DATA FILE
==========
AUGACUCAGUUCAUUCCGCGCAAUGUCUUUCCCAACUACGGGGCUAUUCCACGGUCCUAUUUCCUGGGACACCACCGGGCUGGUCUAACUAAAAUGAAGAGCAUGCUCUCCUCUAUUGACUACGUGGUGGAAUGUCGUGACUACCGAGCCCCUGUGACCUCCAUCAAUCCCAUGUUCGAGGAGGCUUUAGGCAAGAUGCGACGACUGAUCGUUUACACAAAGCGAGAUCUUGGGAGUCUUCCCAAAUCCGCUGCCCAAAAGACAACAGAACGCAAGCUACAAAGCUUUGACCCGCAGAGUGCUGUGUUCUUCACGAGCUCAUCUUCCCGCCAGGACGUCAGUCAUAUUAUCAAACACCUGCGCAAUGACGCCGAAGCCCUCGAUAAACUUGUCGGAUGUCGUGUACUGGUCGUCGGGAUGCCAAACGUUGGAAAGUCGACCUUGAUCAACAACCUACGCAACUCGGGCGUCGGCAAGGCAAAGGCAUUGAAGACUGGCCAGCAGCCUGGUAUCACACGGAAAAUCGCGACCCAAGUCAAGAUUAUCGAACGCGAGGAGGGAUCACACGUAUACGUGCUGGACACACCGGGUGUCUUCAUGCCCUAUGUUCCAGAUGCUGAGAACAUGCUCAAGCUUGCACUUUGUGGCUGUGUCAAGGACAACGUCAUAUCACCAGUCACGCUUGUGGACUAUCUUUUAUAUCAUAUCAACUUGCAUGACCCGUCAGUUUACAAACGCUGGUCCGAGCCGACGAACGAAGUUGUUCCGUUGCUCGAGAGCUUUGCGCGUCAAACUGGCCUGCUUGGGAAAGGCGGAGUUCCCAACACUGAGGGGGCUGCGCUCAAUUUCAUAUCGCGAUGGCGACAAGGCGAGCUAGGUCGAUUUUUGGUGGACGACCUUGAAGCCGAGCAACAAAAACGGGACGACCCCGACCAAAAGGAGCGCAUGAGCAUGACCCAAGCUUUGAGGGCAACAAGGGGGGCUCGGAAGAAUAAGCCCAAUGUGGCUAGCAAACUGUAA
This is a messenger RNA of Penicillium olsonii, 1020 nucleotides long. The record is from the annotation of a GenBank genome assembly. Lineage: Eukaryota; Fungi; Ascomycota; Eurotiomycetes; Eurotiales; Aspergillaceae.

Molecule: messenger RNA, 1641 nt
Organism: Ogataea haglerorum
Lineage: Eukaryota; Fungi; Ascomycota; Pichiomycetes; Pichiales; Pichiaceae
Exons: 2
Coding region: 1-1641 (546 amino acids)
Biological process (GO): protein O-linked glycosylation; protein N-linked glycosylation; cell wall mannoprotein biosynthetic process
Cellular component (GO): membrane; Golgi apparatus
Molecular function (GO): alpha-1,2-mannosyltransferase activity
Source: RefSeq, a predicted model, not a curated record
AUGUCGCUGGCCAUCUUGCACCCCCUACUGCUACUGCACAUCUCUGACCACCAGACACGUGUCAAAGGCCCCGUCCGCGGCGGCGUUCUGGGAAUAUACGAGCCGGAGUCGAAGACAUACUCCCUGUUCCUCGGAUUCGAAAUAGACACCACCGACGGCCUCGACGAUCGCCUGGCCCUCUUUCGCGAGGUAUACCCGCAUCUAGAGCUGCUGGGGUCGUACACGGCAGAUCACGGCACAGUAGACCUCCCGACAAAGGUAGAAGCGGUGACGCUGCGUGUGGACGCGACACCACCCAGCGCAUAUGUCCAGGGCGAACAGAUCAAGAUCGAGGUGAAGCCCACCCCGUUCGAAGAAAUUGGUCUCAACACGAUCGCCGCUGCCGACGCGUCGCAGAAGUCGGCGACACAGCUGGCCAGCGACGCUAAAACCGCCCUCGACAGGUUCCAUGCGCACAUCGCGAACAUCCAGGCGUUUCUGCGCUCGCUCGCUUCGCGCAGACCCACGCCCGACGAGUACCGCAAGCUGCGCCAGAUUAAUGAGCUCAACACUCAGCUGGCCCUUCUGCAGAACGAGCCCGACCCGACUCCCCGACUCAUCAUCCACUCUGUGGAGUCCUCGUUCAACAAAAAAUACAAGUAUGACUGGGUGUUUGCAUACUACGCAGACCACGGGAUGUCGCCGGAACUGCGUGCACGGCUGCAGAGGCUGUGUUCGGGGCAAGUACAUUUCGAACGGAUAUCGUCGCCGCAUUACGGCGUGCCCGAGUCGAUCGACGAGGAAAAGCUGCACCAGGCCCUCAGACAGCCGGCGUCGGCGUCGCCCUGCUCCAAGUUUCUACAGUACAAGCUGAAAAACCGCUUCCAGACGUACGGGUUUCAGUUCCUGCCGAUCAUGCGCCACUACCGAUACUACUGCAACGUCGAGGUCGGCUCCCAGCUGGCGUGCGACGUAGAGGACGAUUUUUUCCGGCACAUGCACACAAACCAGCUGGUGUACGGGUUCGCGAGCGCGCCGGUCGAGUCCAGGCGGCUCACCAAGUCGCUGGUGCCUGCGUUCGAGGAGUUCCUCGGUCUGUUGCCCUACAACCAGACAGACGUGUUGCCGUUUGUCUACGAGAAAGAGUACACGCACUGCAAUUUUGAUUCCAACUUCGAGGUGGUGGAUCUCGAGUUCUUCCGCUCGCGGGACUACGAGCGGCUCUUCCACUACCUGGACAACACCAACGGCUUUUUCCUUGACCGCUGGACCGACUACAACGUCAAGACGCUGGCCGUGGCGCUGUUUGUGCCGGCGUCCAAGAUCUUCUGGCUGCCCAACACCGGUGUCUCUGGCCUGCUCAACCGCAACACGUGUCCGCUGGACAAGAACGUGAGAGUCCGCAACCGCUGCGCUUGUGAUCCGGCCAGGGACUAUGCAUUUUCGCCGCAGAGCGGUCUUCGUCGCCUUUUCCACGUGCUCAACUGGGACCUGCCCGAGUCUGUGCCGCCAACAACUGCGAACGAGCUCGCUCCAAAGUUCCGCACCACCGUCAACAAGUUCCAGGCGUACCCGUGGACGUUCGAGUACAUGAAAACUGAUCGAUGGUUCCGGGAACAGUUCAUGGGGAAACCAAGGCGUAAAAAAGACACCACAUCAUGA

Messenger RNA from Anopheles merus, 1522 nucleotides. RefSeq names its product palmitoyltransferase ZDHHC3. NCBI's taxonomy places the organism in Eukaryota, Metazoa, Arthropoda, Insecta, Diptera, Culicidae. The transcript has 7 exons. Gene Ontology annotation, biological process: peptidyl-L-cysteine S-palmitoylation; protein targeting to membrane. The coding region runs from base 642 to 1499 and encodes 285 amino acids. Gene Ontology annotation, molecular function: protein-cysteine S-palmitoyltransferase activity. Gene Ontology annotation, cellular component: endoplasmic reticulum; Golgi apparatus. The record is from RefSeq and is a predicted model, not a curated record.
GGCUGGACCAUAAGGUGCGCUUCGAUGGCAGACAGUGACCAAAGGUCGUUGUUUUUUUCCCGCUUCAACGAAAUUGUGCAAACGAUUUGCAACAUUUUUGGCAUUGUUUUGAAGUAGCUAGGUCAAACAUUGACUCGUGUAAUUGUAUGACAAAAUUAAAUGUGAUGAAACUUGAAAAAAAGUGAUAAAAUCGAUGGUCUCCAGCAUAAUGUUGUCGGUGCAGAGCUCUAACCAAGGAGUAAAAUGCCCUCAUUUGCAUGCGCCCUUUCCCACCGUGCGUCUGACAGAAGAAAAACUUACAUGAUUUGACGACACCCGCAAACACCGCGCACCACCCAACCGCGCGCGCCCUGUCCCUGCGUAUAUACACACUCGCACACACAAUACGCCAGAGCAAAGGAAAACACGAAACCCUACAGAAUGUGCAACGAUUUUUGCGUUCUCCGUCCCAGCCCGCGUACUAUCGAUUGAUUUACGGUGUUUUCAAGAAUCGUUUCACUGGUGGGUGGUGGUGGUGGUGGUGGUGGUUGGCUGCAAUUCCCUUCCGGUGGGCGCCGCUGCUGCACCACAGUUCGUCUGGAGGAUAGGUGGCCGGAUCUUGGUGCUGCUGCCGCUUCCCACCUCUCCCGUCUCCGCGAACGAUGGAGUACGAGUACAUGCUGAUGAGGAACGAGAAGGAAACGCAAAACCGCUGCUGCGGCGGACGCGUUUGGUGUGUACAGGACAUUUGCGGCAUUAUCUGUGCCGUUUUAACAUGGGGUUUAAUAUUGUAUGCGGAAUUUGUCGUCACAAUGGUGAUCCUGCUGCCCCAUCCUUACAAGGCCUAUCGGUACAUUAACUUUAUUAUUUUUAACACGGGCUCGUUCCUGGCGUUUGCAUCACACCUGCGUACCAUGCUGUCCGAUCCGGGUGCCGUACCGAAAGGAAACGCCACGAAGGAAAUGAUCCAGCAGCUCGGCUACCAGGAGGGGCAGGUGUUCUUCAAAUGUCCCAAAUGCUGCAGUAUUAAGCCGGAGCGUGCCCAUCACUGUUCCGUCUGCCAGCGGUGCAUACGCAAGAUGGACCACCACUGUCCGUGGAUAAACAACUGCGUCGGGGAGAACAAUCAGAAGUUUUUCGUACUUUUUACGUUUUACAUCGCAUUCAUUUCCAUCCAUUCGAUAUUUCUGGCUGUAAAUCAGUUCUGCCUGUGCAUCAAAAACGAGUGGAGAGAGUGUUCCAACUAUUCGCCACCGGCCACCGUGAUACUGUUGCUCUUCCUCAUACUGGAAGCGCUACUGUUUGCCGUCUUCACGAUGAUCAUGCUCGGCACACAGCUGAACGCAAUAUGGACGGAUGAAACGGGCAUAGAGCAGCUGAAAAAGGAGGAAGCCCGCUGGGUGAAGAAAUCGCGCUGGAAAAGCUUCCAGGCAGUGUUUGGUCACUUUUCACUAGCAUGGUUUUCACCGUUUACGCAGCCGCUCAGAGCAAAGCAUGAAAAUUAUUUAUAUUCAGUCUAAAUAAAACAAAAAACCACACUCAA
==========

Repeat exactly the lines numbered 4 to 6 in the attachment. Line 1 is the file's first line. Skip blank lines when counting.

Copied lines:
Organism: Ogataea haglerorum
Lineage: Eukaryota; Fungi; Ascomycota; Pichiomycetes; Pichiales; Pichiaceae
Exons: 2